Tuesday, August 9, 2011

"A Visit From the Goon Squad" by Jennifer Egan

There are moments in each of our lives when we stop, look, and wonder, "How did I get here?".  Says one character in Egan's novel, "Time is a goon," and A Visit From the Goon Squad explores those melancholy reflections that occur when the passing of time becomes explicit.  Though the book easily could have felt heavy or dull, Egan's expert use of structure and voice has created an engaging and sincere novel.

One of the things I especially liked in the book was its unusual structure, as in some ways it is set up more as a collection of short stories.  A Visit From the Good Squad opens with narration by Sasha; the next chapter occurs earlier chronologically, and the narrator switches to a minor character from Sasha's story.  This set-up continues for a number of chapters, until the timeline reverses and starts to go forward in time.  Each chapter is told by a completely different narrator, though all the narrators are interrelated (and Egan does include quick "aha" moments where the reader is able to piece together a connection).  What really makes this structure work is that it allows the reader to understand each character from multiple points of views: through his or her own voice, the voices of others, and through different points in time.

This complicated structure would not have worked without the ability to make each new narrator distinct.  Egan also does this skillfully, though because I listened to the novel through audiobook, I also had the assistance of Roxana Ortega, the audio narrator, who did an excellent job of creating a different sound, tone, and pacing for each character.  Bennie Salazar, the record executive around which most of the characters center, has an enthusiastic outside which hides his feelings of inadequacy.  Sasha's sarcastic inner tone isn't revealed in her polite conversations with others.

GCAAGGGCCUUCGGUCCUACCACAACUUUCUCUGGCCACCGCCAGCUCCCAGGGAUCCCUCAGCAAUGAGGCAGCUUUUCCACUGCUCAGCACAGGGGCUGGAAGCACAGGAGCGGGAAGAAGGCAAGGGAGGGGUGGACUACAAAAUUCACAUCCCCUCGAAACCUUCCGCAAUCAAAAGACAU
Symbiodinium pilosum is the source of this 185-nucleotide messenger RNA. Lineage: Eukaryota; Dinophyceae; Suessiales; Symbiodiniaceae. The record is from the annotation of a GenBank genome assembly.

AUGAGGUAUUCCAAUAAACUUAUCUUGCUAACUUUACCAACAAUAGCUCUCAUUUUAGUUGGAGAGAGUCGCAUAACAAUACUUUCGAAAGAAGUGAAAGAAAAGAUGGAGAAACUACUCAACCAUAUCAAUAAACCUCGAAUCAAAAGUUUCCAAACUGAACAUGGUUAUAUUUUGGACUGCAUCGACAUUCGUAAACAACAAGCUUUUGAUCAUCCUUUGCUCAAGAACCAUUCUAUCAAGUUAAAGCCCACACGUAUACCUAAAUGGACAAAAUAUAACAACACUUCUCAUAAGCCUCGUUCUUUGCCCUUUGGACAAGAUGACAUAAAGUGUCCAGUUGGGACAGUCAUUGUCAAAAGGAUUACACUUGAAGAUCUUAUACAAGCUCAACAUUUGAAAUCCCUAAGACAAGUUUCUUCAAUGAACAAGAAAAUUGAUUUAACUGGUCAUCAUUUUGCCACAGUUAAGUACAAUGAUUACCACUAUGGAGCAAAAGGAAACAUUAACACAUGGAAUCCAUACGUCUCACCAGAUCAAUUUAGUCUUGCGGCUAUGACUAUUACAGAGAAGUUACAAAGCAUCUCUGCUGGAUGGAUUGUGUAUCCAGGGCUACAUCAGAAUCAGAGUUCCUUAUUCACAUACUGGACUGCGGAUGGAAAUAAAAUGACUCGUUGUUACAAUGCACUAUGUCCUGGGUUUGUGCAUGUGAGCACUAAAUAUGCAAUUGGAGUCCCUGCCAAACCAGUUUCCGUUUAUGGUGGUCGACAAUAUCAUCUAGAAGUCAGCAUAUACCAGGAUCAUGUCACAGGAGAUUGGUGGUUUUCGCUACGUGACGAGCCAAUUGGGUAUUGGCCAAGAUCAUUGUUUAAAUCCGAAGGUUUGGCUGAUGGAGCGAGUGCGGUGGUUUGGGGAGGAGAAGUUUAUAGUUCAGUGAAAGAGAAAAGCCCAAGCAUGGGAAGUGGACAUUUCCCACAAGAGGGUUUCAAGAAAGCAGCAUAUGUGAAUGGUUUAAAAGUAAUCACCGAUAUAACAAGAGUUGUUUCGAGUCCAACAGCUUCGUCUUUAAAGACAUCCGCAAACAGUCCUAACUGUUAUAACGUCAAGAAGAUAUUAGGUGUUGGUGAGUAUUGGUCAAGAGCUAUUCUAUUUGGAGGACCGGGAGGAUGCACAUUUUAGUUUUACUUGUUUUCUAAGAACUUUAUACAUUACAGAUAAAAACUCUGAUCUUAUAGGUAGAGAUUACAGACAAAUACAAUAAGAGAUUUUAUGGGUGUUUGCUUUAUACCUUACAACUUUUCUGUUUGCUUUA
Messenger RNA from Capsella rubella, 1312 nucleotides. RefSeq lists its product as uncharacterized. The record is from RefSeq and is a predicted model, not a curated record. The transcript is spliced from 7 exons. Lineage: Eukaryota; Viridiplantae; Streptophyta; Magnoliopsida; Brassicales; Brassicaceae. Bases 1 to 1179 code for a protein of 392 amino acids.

There were a few chapters that didn't ring true to me.  One, which concerns a disgraced publicist who takes on a dictator ("The General") as a client, is too absurd to be believable or fit in with the other chapters.  Another, from a magazine writer accused of sexually assaulting a famous starlet, has uncharacteristic anger and structurally feels out of place.  Both of these chapters occur near the middle, and I found those before and after much stronger.

Music and New York City are the backdrop for Egan's characters, but they aren't central to the story as a whole.  Instead, A Visit from the Goon Squad follows characters and their relationships (the attempts, the failures, the disappointments), ambitions (achieved and unachieved), and attempts to make sense of who we are and how we got here.

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